Retired U.S. Supreme Court Justice Sandra Day O’Connor, who has been promoting civics education and the importance of an independent judiciary since leaving the court, was scheduled to appear at the seminar. But Hawkins said her flight to Orlando had been grounded by mechanical difficulties. So instead, the audience watched videoed comments O’Connor made at a 2008 conference.

“Judicial independence is hard to define. It does not mean the freedom to decide cases based on the judge’s personal preference, that’s not what it means. It means that judges are required to decide issues fairly and impartially based on the law and the Constitution without the fear of retaliation by the other two branches,” O’Connor said. “Judicial independence does not happen all by itself. It’s hard to create, and it’s easier than most people imagine to damage and destroy.”

She decried the increasing involvement of interest groups in judicial elections, which have led to a flood of money and “harsh and unfair” attacks on judges. Those factors by themselves can discourage many qualified candidates from seeking judgeships.

“The greater danger is that the whole system will become contaminated by the appearance of improper influence,” O’Connor said. “When so much money goes into influencing the outcome of judicial races, it’s hard to believe we are electing judges who are totally fair and impartial, and we lose faith in the judicial system.”

Bert Brandenburg, of the Washington, D.C.,- based Justice at Stake, said money spent on state supreme court elections has more than doubled in recent years, and the most recent elections have seen that explosion in spending extend from states with contested races to states with merit retention elections. Much of the money, he said, comes from a few out-of-state groups, and in the most recent elections 40 percent of the money in state supreme court races came from just 10 groups.

The top five contributors in the 10 most expensive states spent an average of $473,000 each in those campaigns; the remaining 116,000 contributors averaged $850, Brandenburg said. The result is that increasingly the winners owe their success to a small group of powerful supporters.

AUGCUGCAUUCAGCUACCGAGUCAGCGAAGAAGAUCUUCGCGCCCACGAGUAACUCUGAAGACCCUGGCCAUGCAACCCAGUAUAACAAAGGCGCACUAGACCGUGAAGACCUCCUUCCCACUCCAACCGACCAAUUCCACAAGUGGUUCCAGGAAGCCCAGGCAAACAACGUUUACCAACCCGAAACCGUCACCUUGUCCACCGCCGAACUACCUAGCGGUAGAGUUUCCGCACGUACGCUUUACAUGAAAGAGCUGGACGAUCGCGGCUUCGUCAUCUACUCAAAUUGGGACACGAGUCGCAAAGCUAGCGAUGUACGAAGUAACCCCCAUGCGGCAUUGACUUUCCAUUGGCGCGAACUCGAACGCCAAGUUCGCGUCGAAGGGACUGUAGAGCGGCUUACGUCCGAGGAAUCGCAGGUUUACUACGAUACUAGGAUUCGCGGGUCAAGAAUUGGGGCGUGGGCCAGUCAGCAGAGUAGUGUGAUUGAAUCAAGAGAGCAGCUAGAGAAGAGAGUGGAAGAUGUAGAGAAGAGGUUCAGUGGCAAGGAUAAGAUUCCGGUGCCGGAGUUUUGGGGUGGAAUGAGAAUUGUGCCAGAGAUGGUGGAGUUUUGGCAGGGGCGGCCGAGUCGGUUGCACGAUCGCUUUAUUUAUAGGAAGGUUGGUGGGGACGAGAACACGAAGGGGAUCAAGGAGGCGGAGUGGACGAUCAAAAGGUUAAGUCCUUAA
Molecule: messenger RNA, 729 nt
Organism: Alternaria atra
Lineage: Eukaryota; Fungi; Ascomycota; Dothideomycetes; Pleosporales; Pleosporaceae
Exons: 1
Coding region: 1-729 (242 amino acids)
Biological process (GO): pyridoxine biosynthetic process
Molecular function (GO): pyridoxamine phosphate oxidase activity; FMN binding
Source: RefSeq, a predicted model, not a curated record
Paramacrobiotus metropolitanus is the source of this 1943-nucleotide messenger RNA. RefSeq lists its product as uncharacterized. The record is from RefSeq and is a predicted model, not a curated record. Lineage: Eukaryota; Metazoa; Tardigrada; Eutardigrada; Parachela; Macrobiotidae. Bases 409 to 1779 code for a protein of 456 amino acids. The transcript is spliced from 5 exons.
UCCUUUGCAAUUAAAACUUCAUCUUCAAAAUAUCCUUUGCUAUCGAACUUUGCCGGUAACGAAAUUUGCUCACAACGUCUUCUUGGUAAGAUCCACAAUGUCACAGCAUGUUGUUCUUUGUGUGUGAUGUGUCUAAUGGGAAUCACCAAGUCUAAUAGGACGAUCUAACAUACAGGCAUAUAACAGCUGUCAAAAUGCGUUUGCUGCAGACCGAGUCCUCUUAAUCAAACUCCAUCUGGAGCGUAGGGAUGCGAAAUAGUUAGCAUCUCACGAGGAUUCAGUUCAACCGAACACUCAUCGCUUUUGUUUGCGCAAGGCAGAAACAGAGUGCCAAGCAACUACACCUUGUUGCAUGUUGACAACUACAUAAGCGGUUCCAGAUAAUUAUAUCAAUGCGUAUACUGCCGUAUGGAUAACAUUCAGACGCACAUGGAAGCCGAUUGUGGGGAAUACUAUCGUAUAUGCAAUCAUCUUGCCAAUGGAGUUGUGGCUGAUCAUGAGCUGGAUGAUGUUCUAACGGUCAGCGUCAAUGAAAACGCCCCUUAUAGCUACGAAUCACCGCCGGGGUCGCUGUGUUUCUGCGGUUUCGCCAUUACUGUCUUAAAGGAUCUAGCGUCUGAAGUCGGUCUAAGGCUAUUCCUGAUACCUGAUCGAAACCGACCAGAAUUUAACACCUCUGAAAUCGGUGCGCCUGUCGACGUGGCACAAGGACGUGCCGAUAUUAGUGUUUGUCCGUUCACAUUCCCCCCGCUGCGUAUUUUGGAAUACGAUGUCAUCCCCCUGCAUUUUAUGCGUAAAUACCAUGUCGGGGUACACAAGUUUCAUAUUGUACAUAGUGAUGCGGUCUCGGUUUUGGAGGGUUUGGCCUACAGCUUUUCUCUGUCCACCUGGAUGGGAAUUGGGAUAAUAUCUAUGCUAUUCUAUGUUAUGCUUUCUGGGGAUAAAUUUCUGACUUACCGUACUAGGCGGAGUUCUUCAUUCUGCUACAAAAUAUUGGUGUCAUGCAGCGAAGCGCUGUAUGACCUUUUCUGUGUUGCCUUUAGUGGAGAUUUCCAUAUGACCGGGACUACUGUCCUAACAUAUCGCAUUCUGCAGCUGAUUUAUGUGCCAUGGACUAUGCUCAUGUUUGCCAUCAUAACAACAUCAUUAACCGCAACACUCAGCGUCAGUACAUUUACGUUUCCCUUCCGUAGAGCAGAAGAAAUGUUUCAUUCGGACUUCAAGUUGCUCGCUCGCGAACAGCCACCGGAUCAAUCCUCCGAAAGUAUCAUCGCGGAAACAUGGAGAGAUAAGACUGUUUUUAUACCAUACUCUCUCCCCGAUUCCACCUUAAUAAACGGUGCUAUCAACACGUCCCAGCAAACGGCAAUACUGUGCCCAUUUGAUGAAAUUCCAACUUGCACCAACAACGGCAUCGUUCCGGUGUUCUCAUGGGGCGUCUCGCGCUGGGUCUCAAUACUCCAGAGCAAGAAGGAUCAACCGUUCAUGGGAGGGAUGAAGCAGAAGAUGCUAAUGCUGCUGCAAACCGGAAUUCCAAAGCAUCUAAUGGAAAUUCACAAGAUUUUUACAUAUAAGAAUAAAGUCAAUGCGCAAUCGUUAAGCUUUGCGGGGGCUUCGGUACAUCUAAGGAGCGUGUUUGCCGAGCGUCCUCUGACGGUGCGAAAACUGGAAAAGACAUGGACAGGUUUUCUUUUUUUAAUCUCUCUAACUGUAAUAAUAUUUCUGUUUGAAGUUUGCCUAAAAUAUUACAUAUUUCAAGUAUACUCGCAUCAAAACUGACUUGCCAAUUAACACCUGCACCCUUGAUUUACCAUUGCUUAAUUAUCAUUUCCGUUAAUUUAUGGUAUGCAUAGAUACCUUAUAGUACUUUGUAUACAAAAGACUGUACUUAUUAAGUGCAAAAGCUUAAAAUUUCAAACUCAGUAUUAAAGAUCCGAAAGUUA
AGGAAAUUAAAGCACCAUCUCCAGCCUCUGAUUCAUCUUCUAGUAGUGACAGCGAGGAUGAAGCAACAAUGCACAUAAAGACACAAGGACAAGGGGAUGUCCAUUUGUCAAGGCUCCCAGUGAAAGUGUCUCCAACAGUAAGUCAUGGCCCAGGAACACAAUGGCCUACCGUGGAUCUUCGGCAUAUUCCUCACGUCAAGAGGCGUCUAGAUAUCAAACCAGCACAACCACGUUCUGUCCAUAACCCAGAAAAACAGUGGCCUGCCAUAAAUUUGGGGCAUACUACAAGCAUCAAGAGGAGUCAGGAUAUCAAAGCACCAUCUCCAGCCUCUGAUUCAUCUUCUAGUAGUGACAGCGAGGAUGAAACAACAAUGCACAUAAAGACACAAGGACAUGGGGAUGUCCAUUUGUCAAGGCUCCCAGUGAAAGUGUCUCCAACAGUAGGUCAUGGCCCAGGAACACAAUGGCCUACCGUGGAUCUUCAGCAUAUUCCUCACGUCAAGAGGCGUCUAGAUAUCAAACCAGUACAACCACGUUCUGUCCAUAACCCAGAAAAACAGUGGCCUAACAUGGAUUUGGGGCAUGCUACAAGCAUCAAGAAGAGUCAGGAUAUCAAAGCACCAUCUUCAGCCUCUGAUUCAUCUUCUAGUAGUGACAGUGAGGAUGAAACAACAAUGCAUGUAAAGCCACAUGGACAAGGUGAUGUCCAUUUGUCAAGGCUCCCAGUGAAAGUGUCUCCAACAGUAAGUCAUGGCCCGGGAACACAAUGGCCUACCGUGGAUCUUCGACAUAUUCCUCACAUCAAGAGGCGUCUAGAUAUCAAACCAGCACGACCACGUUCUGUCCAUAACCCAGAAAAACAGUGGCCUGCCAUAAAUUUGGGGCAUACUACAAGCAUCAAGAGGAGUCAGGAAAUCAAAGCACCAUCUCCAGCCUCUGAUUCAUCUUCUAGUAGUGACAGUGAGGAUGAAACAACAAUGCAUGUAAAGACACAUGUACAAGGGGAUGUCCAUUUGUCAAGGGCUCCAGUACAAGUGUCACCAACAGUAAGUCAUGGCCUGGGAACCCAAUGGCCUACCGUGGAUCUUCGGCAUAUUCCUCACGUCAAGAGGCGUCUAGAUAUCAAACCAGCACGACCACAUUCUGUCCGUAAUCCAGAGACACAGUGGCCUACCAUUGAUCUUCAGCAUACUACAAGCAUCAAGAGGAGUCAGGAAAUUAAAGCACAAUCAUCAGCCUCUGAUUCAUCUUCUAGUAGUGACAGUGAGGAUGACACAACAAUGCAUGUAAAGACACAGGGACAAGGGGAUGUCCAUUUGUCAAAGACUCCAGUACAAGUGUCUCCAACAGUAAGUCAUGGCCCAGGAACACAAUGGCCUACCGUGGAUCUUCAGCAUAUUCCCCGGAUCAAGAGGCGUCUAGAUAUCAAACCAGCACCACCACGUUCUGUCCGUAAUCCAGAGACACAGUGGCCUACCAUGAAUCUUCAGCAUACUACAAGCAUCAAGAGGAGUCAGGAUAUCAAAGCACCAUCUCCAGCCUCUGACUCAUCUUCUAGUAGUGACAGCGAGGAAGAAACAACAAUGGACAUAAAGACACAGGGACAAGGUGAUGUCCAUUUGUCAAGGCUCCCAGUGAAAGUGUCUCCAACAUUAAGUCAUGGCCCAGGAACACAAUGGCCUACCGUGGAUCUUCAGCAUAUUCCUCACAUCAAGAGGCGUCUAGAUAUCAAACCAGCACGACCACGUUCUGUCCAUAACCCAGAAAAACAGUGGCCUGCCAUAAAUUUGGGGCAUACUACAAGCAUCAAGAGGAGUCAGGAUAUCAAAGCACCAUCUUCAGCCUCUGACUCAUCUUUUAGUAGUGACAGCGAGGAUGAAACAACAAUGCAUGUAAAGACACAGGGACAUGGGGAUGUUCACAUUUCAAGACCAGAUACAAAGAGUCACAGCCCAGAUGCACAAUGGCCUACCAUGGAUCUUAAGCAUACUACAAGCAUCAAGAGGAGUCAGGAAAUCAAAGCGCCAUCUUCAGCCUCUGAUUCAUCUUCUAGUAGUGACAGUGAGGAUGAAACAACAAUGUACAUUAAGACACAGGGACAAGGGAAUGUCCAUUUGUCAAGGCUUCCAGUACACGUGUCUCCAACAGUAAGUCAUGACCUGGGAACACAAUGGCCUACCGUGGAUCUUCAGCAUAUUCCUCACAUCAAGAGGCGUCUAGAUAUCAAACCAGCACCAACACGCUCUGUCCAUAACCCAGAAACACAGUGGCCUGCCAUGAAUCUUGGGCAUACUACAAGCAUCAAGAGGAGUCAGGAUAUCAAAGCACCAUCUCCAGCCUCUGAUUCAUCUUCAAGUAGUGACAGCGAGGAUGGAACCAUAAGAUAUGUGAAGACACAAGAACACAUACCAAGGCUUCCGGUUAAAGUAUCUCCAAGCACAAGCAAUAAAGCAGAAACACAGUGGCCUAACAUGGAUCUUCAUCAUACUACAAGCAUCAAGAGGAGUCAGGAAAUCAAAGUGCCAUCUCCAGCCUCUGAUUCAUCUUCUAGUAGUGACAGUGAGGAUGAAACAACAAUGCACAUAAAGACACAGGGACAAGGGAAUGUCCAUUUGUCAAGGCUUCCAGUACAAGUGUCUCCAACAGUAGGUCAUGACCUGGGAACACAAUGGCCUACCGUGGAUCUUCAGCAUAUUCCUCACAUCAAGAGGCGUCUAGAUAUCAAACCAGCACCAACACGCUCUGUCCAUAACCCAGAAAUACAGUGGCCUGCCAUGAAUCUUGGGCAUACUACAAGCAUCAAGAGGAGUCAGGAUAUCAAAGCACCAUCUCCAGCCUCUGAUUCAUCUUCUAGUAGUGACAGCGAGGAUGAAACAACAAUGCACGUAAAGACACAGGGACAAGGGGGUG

“We believe the rapid and radical transformation of judicial elections is the biggest democracy issue that most Americans are not hearing about,” Brandenburg said.

Former Bar President Jesse Diner said the three Florida Supreme Court justices up for merit retention this year — Fred Lewis, Barbara Pariente, and Peggy Quince — have begun raising money in anticipation of active opposition. And such opposition could come on short notice in the last six to eight weeks before the election, he said.

The Bar, he said, must tell voters that “courts in a civilized society decide disputes, and that’s different from what a legislative or executive branch does. That’s what we’ve got to get across to people, and it’s not easy.”

Retired St. Petersburg Times (now the Tampa Bay Times ) journalist Martin Dyckman recounted some of the lapses on the Florida Supreme Court in the early 1970s that led to Florida adopting the merit system for the appellate bench. He also detailed that era in his book, A Most Disorderly Court: Scandal and Reform in the Florida Judiciary.

“Politics were inherent in every one of the troubles that the justices got involved in at that time,” Dyckman said. That involvement included two justices who interfered in lower court cases on behalf of campaign contributors and a lawyer for another contributor submitting an ex parte brief in a high profile case.

The resulting publicity, Judicial Qualifications Commission investigations, and impeachment proceedings led what had been a reluctant Legislature to draft a constitutional amendment instituting merit selection and retention for the appellate bench. Seventy-five percent of the voters approved that amendment in 1976, Dyckman noted.

Although there have been a few minor problems, “rarely has there been any reason to doubt the integrity of those nominated” by judicial nominating commissions, he said.